1. I would guess that the average person has just as limited an idea of what “high functioning autism” is as they do of what autism is in general.

  2. I’ve been assessed to be high functioning but never really liked it. It meant my struggles were dismissed by professionals, and it meant some people were outright jealous of me being “lucky” about my level of functioning. While I was jealous of them (I feel bad) because they got a lot of practical support from their family and a lot of emotional and professional support from mental health professionals.

    According to GAF, even when I was at my highest functioning in a highly stressful job with a lot of responsibility, I had serious symptoms. Eg self harm, suicidality, no friends, By that metric, I actually have higher functioning now even though I’m not working and living off my savings.

    1. I think that idea of having problems dismissed is where the idea of “high functioning” can be most problematic. And that whole competitiveness thing is really not good.

      1. Yup, the competitiveness thing sucks. I’ve been guilty of it myself. Like I used to be judgy, feeling I was somehow superior when actually it was my own Shit (eg me wishing I had supportive family) and nothing to do with them at all<3

    1. Now that GAF included in the DSM-5 diagnostic system many doctors don’t use it anymore. Even when it was used, some doctors placed more emphasis on it than others.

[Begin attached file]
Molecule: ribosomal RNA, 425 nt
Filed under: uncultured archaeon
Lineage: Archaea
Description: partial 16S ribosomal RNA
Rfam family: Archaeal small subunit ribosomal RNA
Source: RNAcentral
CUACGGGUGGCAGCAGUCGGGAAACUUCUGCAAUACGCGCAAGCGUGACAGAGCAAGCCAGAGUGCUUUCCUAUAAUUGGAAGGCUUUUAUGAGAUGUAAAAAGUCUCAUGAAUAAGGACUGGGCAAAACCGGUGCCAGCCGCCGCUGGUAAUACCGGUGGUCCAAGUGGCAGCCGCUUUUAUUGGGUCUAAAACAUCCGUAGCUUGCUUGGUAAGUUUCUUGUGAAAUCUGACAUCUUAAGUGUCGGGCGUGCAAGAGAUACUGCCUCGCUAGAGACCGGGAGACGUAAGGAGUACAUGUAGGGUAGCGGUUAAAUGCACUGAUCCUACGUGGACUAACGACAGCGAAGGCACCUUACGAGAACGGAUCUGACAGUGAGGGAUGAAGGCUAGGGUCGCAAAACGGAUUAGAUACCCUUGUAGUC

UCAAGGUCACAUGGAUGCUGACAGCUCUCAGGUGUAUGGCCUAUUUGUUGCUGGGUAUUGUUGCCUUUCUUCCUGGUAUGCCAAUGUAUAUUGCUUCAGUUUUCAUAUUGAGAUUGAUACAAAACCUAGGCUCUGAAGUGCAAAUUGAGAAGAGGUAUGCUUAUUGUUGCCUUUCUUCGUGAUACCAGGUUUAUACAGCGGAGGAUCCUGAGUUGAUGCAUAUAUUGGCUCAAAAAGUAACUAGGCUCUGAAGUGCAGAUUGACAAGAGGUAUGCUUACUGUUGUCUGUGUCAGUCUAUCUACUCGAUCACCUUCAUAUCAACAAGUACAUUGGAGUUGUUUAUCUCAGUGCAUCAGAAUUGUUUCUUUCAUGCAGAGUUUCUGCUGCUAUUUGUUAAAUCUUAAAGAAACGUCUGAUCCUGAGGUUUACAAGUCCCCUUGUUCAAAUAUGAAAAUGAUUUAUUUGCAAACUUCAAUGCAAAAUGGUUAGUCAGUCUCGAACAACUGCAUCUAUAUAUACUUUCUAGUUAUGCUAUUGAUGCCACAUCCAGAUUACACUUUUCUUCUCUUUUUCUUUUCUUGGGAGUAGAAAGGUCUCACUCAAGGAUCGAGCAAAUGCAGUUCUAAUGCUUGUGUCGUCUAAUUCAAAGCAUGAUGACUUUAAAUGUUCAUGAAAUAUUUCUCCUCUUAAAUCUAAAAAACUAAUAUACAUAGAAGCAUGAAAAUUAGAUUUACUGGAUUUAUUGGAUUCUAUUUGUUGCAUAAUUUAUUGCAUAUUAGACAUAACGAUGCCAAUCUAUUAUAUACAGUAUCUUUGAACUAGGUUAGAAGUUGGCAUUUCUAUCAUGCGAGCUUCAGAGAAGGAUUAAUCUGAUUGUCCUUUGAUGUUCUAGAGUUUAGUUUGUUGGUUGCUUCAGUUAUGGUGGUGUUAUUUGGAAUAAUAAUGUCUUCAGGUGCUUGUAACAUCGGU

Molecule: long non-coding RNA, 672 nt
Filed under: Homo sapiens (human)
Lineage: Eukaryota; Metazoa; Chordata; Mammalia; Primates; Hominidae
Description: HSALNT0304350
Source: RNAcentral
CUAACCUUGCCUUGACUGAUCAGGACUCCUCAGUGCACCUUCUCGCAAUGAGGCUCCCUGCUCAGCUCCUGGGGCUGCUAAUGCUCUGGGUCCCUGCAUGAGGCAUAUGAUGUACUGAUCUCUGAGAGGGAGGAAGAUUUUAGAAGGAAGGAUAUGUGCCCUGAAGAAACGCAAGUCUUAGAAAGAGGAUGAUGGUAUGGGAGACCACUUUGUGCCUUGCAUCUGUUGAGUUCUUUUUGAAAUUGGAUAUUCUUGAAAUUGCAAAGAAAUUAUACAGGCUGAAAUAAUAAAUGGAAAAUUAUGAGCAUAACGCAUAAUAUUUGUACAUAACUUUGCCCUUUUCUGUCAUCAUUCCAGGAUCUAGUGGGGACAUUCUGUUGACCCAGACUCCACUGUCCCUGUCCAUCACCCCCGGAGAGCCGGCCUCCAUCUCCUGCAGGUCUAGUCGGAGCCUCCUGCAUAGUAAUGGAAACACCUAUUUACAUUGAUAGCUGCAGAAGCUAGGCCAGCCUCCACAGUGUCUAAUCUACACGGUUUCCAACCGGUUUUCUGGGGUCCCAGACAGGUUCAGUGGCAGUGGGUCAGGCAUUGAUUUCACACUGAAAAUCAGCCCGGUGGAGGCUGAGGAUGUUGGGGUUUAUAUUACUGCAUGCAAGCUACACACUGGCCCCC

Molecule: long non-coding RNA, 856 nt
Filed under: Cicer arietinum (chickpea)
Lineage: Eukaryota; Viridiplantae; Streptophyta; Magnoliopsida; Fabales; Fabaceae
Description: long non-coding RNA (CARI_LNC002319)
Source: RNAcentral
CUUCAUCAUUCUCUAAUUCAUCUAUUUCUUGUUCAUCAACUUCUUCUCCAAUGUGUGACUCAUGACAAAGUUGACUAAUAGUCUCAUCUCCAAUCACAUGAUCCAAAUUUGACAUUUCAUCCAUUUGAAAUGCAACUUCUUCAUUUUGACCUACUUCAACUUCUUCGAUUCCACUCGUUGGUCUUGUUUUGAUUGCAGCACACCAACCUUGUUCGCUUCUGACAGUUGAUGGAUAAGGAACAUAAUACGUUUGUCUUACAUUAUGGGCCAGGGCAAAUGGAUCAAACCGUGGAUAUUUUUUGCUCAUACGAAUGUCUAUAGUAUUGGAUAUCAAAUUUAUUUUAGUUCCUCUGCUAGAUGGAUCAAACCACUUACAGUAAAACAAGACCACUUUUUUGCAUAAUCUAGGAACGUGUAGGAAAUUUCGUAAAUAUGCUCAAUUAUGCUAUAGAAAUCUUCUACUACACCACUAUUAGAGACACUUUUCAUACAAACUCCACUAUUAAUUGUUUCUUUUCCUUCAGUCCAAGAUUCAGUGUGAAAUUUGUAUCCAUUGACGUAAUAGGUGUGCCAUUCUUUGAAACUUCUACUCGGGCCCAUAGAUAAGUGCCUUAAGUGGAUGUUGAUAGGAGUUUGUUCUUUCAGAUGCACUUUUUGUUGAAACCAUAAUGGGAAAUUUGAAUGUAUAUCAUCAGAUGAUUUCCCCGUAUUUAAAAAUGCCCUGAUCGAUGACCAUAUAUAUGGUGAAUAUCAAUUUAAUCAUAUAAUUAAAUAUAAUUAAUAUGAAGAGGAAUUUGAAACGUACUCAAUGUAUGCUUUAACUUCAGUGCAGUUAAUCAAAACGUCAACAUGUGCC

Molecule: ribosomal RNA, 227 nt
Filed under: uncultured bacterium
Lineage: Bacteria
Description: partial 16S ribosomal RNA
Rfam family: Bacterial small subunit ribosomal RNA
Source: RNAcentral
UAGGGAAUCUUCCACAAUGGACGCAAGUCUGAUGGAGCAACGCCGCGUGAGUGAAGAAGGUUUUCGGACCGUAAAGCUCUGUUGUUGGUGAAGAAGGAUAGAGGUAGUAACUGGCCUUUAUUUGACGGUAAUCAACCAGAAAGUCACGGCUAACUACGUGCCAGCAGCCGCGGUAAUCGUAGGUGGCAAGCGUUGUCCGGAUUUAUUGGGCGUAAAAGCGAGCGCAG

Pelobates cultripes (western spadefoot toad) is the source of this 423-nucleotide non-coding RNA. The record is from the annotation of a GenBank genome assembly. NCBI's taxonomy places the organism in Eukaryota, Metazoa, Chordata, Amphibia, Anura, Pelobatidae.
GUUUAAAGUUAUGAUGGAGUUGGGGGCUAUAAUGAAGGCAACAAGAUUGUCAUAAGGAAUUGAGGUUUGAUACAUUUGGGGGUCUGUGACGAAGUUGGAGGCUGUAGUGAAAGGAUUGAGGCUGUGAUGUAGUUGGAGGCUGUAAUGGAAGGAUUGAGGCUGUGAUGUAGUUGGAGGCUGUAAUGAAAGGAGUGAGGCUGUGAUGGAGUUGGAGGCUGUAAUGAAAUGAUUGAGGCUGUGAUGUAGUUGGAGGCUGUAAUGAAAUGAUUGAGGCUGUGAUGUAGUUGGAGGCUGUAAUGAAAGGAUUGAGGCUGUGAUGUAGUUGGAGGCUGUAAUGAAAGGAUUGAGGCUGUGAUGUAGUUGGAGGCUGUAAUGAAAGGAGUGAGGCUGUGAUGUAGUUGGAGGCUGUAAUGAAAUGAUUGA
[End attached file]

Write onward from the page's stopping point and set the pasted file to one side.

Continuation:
3. Very interesting topic!! I love the concept of the GAF. I’m kind of sad they did away with it. My dad is hovering close to a hundred, unlike anyone else I’ve ever met. It’s amazing. His mental health is just…. off the charts.

    I’d give myself a 63. I’m pleased with how well I function, but when you consider that I can’t go near the workplace with a ten-foot pole, and I have energetic pollution issues, and that I sometimes do crazy stuff locally (like steal candy), I think altogether, I’d give myself a 63. And I’m fine with that. Oddly enough, I think 63 was the number they gave me when I was hospitalized way back in 2000 (after college).

    As for the concept of high-functioning, I agree that it should only be used if someone lays claim to it, or if it could NOT sound pejorative. I think of a friend of mine who struggles with OCD but doesn’t take any meds, and instead, she forces herself to live with it. To me, high-functioning sort of implies that you CAN go to work, but that you still struggle. (Although I’m sure “high-functioning” can vary from person to person.) I mean, I see myself as being high-functioning but limited, you know? I can be “normal” in a lot of contexts, but I struggle with some things in a day-to-day sense, and other things in a permanent sense. Interesting topic!!